Samson Occom was a Mohegan leader and ordained Presbyterian minister. Occom began his public career in 1742, when he was chosen as a tribal counselor to Ben Uncas II. The following year, he sought out Eleazar Wheelock, a young Anglo-American minister in Lebanon, CT, in hopes of obtaining some education and becoming a teacher at Mohegan. Wheelock agreed to take on Occom as a student, and though Occom had anticipated staying for a few weeks or months, he remained with Wheelock for four years. Occom’s academic success inspired Wheelock to open Moor’s Indian Charity School in 1754, a project which gave him the financial and political capital to establish Dartmouth College in 1769. After his time with Wheelock, Occom embarked on a 12-year mission to the Montauk of Long Island (1749-1761). He married a Montauk woman, Mary Fowler, and served as both teacher and missionary to the Montauk and nearby Shinnecock, although he was grievously underpaid for his services. Occom conducted two brief missions to the Oneida in 1761 and 1762 before embarking on one of the defining journeys of his career: a fundraising tour of Great Britain that lasted from 1765 to 1768. During this journey, undertaken on behalf of Moor’s Indian Charity School, Occom raised £12,000 (an enormous and unanticpated amount that translates roughly to more than two-million dollars), and won wide acclaim for his preaching and comportment. Upon his return to Mohegan in 1768, Occom discovered that Wheelock had failed to adequately care for his family while he was gone. Additionally, despite the vast sums of money that he had raised, Occom found himself unemployed. Wheelock tried to find Occom a missionary position, but Occom was in poor health and disinclined to leave his family again after seeing the treatment with which they had met while he was in Britain. Occom and Wheelock’s relationship continued to sour as it became apparent to Occom that the money he had labored to raise would be going towards infrastructure at Dartmouth College, Wheelock’s new project, rather than the education of Native Americans. After the dissolution of his relationship with Wheelock, Occom became increasingly focused on the needs of the Mohegan community and increasingly vocal in criticizing Anglo-Americans’ un-Christian treatment of Native Americans. In September of 1772, he delivered his famous “Sermon on the Execution of Moses Paul,” which took Anglo-American spiritual hypocrisy as one of its major themes, and which went into four printings before the end of the year. In 1773, Occom became further disillusioned when the Mason Land Case was decided in favor of the Colony of Connecticut. The details of the Mason Case are complicated, but to summarize: the Colony of Connecticut had gained control of Mohegan land early in the 18th century under very suspect circumstances, and successfully fended off the Mohegan’s 70-year-long legal challenge. The conclusion of the case came as a blow to the Mohegans, and further convinced Occom of Anglo-American corruption. Along with David Fowler (Montauk Tribe), Occom's brother-in-law, and Joseph Johnson (Mohegan), Occom's son-in-law, Occom helped found Brothertown, an Indian tribe formed from the Christian Mohegans, Pequots, Narragansetts, Montauks, Tunxis, and Niantics. They eventually settled in Oneida country in upstate New York. Occom moved there with his family in 1789, spending the remaining years of his life serving as a minster to the Brothertown, Stockbridge, and Mohegan Indians. Harried by corrupt land agents, the Brothertown and Stockbridge groups relocated to the eastern shore of Lake Winnebago, though Occom died in 1792 before he could remove himself and his family there. Occom's writings and legacy have made him one of the best known and most eminent Native Americans of the 18th century and beyond.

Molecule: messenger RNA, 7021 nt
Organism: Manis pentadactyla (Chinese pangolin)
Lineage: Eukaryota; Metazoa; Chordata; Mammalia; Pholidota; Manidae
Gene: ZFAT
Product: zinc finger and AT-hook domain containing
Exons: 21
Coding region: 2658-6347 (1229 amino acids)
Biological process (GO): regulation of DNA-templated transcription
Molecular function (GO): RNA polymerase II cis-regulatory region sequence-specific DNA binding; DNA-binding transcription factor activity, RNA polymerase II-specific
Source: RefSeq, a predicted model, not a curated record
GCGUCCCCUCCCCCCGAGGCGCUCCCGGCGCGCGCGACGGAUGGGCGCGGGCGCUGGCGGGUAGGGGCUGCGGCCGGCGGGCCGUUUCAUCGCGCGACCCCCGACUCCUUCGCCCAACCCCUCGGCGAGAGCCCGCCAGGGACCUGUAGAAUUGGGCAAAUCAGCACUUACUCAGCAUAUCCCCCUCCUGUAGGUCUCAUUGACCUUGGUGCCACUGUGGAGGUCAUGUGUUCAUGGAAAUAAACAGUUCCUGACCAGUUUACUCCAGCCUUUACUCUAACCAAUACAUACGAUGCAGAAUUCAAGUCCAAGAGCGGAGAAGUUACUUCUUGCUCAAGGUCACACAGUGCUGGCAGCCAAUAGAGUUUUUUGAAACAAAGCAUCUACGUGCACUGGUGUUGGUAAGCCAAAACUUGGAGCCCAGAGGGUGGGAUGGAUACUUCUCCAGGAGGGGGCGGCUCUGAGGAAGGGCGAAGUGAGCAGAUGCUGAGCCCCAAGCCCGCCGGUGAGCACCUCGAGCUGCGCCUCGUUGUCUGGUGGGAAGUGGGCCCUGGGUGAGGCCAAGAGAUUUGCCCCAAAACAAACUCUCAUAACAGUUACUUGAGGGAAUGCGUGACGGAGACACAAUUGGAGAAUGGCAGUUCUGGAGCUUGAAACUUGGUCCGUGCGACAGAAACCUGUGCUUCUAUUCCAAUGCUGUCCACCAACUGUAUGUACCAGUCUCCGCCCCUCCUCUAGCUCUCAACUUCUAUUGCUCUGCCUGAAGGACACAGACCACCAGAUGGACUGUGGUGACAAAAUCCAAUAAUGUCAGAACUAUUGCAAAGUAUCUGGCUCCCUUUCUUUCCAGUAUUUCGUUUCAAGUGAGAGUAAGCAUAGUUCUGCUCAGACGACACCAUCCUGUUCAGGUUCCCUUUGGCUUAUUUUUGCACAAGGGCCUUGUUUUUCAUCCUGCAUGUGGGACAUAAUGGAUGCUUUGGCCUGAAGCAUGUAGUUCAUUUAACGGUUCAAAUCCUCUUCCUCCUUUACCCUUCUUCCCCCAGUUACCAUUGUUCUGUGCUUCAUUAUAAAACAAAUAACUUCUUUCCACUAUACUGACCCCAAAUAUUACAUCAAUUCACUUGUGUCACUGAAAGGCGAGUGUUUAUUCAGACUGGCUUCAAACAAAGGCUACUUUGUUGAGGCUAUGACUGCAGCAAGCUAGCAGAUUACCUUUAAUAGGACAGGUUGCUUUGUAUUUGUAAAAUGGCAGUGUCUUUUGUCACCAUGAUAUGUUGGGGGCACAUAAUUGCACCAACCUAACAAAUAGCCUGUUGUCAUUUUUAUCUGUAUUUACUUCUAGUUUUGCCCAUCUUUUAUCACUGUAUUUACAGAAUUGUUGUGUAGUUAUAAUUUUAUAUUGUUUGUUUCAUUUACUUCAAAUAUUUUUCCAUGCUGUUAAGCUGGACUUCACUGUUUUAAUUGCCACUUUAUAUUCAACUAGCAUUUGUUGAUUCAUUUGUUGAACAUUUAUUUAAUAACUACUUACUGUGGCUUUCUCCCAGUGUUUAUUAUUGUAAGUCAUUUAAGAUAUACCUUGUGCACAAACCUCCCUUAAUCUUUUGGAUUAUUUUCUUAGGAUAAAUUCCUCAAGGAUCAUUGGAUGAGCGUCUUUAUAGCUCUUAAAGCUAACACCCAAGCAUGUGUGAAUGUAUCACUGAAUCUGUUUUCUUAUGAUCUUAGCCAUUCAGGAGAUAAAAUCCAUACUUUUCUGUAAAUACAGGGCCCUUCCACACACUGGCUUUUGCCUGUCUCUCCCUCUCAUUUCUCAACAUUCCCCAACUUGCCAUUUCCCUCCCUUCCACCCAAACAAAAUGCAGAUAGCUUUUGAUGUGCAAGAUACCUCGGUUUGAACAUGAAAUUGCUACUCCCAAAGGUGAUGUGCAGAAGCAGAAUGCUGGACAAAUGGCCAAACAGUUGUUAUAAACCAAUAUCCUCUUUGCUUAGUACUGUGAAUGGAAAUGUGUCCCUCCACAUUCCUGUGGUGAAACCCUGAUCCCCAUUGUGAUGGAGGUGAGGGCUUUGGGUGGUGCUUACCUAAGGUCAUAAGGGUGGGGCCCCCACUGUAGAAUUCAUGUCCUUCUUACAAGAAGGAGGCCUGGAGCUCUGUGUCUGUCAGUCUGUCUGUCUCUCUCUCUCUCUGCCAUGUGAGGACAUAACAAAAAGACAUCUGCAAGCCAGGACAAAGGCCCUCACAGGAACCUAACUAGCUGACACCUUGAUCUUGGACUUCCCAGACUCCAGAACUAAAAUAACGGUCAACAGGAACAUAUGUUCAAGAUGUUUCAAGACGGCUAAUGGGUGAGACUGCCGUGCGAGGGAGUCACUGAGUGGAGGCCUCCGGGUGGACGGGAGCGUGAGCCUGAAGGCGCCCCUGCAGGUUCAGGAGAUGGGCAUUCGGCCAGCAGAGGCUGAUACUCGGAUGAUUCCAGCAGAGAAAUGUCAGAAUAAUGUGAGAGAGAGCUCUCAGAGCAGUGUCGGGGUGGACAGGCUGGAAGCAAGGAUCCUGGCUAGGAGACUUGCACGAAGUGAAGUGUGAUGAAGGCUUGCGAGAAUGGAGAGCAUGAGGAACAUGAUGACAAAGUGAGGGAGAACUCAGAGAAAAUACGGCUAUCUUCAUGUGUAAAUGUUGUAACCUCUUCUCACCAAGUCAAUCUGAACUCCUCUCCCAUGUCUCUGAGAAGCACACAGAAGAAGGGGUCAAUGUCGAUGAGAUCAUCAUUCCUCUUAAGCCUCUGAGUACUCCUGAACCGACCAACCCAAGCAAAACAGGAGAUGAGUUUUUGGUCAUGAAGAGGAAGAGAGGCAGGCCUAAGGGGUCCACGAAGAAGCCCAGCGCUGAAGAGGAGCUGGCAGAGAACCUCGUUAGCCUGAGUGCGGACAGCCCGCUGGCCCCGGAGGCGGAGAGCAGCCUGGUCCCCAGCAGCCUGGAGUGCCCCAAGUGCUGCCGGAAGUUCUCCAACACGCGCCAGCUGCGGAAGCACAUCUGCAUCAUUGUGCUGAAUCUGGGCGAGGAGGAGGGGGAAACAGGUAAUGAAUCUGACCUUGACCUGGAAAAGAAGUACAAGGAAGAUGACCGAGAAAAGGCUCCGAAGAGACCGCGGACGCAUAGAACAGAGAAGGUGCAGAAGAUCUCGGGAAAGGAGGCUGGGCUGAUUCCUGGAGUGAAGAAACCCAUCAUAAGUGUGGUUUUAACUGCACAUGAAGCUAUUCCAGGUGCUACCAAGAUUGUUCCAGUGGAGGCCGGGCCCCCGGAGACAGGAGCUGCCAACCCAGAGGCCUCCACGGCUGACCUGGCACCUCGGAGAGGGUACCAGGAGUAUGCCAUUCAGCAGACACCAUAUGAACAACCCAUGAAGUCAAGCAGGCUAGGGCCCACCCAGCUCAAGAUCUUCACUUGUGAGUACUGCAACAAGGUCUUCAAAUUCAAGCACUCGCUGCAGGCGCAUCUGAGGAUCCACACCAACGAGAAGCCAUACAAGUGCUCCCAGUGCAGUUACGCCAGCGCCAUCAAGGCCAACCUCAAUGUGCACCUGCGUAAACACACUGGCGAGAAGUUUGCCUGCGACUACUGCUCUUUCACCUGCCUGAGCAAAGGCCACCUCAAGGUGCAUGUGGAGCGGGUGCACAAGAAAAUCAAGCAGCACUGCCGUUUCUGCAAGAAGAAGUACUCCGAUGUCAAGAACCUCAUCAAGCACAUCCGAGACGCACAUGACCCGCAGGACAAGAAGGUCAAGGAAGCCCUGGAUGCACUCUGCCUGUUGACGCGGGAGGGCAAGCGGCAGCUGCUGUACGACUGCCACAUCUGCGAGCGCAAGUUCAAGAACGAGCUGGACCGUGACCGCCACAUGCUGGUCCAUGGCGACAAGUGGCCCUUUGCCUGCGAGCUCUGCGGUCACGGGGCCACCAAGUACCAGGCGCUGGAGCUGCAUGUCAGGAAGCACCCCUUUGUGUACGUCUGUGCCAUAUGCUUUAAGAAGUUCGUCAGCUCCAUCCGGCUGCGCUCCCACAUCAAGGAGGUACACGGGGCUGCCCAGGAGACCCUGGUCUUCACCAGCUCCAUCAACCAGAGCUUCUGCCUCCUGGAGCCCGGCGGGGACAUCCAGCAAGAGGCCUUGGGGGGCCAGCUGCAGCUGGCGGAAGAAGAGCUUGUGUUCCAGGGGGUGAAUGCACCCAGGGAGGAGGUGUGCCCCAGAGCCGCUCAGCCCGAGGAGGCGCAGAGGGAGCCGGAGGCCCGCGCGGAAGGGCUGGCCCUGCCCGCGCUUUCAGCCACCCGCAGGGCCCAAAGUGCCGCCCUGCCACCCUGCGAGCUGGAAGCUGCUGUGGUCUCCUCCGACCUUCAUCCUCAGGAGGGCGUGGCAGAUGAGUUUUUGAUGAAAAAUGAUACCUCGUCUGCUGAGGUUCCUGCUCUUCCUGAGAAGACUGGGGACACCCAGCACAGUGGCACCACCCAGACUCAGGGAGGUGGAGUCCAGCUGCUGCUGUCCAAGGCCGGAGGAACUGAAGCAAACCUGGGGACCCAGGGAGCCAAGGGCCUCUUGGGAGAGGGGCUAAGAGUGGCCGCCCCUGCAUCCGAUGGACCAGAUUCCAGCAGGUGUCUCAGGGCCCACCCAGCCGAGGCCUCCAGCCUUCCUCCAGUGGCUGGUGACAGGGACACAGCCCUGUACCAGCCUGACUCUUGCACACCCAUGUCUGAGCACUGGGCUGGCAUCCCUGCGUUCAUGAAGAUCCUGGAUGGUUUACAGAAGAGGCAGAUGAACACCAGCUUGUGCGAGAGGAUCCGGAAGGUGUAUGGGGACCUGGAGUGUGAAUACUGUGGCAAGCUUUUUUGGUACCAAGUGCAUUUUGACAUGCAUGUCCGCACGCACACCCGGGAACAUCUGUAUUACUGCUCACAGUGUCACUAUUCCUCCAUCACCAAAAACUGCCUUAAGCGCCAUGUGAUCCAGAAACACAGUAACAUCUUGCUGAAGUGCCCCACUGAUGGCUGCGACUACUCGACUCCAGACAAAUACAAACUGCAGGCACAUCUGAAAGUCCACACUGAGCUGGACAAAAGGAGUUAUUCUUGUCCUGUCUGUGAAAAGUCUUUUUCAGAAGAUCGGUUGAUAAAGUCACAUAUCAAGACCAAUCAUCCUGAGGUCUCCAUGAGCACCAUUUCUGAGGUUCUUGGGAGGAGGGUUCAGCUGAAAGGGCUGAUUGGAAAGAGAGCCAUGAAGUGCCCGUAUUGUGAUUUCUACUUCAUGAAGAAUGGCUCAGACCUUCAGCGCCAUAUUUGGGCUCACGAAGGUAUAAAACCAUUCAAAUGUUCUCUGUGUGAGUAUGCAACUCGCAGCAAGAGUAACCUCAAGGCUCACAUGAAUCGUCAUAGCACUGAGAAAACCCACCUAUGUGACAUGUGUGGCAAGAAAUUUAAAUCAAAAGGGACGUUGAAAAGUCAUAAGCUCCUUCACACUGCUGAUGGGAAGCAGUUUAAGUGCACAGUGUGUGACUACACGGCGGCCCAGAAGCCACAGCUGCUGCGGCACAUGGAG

Huntington
Hunt, Simon
HomeSamson Occom, student work, date unknown